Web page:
The first house I occupied after I married faced one occupied by a well-known and worthy, fiery-tempered man of letters, and it so happened that one evening my wife and I were dining at the house of another neighbour. We were gratified to learn that our celebrated vis-a-vis, hearing we had come to live in the same square, was anxious to make our acquaintance. On our return home that night we discovered the latch-key had been forgotten, and unfortunately our knocking and ringing failed to arouse the domestics. It was not long, however, before we awoke our neighbours, and a window of the house opposite was violently thrown open, and language all the stronger by being endowed with literary merit came from that man of letters, who in the dark was unable to see the particular neighbours offending him, and he referred to my wife and myself in a way that could not be passed over. A battle of words ensued, in which I proved the victor, and my neighbour beat a hasty retreat. Before retiring I wrote a note to our friend we had just left to say that under the circumstances I refused to know my neighbour, and he had better inform him that I would on the first opportunity punch his head. By the same post I wrote for a particular model–a retired pugilist. As soon as he arrived next morning I placed him at the window of my studio facing the opposite house, now and then sending him down to the front door to stand on the footstep to await some imaginary-person, and to keep his eye on the house opposite. I went on with my work in peace. Presently a note came:–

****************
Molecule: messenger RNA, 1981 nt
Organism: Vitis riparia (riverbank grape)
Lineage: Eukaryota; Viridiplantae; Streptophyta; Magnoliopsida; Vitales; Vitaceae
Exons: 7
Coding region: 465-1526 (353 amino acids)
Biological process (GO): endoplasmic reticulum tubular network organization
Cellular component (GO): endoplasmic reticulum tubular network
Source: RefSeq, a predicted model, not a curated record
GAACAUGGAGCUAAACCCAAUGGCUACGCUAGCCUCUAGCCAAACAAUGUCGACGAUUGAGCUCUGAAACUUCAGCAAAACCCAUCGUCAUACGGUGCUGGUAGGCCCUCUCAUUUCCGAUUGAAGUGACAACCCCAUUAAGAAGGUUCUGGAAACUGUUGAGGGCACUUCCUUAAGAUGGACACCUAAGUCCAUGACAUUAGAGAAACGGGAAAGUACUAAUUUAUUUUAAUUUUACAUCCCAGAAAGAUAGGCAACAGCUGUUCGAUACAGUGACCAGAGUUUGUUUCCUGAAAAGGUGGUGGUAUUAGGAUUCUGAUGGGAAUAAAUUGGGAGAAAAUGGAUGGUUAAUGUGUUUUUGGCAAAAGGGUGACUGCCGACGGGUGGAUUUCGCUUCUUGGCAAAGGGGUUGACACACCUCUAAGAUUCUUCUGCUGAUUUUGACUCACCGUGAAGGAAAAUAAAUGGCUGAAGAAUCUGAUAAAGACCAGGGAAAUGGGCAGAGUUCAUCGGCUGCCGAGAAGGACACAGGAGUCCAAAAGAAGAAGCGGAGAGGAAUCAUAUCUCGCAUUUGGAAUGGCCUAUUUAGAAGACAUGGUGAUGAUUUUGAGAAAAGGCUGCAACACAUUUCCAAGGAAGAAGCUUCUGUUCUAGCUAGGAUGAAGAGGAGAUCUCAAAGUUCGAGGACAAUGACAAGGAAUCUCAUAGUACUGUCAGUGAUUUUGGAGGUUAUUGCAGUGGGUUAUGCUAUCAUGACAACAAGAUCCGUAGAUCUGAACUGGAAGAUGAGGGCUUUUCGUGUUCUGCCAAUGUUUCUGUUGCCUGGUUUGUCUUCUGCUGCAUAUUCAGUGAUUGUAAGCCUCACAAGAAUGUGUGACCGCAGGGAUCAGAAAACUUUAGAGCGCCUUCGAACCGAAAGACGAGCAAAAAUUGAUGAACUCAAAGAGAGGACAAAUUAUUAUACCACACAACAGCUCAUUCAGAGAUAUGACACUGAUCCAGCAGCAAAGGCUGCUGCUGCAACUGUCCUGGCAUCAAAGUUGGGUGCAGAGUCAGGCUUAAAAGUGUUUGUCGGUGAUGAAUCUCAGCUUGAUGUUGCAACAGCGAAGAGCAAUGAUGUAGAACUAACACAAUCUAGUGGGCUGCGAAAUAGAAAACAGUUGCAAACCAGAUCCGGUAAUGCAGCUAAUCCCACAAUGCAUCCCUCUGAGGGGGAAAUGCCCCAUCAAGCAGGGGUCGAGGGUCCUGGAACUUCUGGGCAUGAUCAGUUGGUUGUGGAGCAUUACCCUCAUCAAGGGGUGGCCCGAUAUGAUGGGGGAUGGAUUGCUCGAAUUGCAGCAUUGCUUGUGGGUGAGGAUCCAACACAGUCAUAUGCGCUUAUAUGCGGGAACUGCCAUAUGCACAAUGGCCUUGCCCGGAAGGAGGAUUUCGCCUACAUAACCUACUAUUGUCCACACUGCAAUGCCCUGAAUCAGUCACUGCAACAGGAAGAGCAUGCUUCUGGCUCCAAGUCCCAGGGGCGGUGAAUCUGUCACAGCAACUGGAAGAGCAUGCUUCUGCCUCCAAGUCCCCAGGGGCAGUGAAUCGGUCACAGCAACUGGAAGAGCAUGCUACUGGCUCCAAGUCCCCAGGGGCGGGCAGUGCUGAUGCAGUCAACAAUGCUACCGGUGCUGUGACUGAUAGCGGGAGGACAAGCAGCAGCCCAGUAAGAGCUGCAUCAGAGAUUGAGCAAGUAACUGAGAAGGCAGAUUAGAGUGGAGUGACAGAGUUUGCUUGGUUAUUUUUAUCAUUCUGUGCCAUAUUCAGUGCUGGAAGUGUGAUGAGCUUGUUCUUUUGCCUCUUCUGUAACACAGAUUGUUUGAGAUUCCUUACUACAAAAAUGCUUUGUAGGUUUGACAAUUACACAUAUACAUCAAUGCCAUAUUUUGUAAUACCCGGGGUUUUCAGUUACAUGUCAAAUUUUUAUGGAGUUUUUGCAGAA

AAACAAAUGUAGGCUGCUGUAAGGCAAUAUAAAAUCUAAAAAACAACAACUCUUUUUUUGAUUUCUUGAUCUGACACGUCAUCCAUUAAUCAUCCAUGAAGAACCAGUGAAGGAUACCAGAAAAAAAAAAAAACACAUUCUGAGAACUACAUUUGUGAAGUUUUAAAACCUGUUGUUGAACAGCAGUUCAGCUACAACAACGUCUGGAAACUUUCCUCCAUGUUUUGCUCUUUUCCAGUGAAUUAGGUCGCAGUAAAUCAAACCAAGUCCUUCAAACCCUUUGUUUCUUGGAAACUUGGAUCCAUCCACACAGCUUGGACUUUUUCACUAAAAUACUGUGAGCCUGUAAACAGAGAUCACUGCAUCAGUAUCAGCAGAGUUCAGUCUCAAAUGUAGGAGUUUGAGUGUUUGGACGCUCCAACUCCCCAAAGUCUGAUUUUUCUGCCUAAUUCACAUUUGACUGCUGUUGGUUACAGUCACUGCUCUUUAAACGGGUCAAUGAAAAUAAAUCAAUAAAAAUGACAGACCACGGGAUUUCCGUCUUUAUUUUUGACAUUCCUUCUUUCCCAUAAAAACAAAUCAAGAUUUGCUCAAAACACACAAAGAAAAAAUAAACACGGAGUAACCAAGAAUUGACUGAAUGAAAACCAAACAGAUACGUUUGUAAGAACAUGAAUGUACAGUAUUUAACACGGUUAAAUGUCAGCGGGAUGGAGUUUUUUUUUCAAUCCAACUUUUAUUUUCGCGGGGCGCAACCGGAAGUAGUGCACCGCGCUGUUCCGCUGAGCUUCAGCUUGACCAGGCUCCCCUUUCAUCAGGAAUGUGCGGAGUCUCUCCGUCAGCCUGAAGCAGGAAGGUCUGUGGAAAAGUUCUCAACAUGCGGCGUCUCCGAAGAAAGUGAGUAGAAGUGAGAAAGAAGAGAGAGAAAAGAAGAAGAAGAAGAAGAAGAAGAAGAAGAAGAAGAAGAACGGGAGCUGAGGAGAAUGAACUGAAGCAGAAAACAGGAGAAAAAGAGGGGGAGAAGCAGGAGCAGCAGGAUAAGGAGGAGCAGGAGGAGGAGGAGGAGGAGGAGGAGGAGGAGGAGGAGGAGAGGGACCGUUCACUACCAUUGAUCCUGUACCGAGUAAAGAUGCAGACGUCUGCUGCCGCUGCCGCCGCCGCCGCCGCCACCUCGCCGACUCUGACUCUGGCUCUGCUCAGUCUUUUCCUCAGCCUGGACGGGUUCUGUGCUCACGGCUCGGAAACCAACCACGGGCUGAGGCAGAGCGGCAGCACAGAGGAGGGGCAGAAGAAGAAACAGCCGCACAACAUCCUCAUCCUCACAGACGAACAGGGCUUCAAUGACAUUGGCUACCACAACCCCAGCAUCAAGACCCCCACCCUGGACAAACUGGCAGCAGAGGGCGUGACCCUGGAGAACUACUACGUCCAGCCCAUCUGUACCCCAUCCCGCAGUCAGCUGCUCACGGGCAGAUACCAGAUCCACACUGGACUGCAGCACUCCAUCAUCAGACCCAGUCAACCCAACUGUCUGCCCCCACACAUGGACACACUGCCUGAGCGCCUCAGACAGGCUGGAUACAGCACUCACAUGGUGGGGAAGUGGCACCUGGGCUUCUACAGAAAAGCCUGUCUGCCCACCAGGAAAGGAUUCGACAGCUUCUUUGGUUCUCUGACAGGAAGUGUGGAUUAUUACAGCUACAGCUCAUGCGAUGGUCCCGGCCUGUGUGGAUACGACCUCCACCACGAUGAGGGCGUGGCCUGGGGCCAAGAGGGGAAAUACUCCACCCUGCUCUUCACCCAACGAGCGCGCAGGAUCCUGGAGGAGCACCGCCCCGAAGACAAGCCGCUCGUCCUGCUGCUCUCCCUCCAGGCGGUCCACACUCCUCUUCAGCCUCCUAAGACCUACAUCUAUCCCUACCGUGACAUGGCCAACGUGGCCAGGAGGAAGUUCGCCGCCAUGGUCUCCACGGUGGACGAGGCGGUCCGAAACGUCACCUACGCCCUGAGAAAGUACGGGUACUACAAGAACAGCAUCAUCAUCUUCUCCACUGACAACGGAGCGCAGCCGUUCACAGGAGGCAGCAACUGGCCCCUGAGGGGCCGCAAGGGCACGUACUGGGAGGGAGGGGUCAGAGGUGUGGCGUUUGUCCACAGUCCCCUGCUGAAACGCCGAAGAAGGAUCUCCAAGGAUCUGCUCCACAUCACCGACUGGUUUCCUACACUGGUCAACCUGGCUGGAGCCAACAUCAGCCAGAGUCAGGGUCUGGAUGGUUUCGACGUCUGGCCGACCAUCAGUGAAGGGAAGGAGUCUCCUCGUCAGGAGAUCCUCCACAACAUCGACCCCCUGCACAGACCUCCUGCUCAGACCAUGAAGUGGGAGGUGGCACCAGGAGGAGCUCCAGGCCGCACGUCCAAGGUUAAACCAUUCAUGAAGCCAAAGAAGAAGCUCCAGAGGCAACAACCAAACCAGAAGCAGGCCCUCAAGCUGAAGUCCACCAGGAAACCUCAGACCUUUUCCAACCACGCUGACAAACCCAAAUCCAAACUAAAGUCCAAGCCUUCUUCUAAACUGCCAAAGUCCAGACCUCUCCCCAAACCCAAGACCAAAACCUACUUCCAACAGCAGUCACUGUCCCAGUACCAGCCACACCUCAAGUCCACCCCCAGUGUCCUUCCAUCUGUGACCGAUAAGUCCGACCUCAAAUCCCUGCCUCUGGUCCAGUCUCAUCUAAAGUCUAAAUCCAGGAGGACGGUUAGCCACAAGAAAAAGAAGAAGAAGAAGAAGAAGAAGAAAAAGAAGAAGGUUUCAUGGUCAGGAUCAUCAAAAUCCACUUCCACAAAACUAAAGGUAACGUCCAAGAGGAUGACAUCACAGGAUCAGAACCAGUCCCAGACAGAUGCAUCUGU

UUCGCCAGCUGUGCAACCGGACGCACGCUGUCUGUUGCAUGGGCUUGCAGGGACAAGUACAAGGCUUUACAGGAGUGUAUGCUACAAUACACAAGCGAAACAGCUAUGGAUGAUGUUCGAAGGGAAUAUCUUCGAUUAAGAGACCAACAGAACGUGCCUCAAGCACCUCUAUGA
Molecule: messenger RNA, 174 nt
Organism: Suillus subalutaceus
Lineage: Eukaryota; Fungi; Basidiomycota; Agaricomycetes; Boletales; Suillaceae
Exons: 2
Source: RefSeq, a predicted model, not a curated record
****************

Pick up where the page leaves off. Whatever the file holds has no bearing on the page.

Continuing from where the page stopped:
“Dear Furniss,–Your neighbour has sent round to ask me what you are like. He has never seen you till this morning, and he is frightened to leave his house. He implores me to apologize for him.”

He departed from the neighbourhood shortly afterwards.


It is bad enough to purposely puzzle the overworked letter-carriers–they are too often tried by unintentional touches of humour emanating from the most innocent and unsuspected members of the public–but I confess that I was once the innocent cause  of Mr. Sambourne trying the same thing on with the overworked bank clerk.


I sent my Punch friend a cheque, here reproduced, for the sum of 5 1/2d., payable to “Lynnlay Sam Bourne, Esqre.,” signed by me backwards, crossed “Don’t you wish you may get it and go?” Sambourne indorsed it “L. Sam. Bourne,” and sent it to his bank. The clerk went one better, and wrote “Cancelled” backwards across my reversed signature. It passed through my bank, and the money was paid. This is probably unique in the history of banking.



A propos of writing backwards, in days when artists made their drawings on wood everything of course had to be reversed, so writing backwards became quite easy. To this day I can write backwards nearly as quickly as I write in the ordinary way. One night at supper I was explaining this, and furthermore told my friends that they themselves could write backwards–in fact, they could not avoid doing so. Not, of course, on the table, as I was doing, but by placing the sheet of paper against the table underneath, and writing with the point upwards. Perhaps my readers will try–and see the effect. For encouragement, above are a couple of first attempts on that particular evening.



Mr. Gladstone’s portrait has been adopted by others besides caricaturists. It is carved as a gargoyle in the stonework of a church, and the head of the Grand Old Man has been turned into a match-box. The latter I here reproduce. It was shown to me one evening  when I was the guest at the Guards’ mess at St. James’s Palace. A clever young Guardsman, who had a taste for turning, worked this out in wood from my caricatures of Mr. Gladstone, and I advised his having it reproduced in pottery. The suggestion was carried out by the late Mr. Woodall, the member for the Potteries, and was largely distributed at the time the G.O.M. was politically meeting his match and thought by some to be a little lightheaded.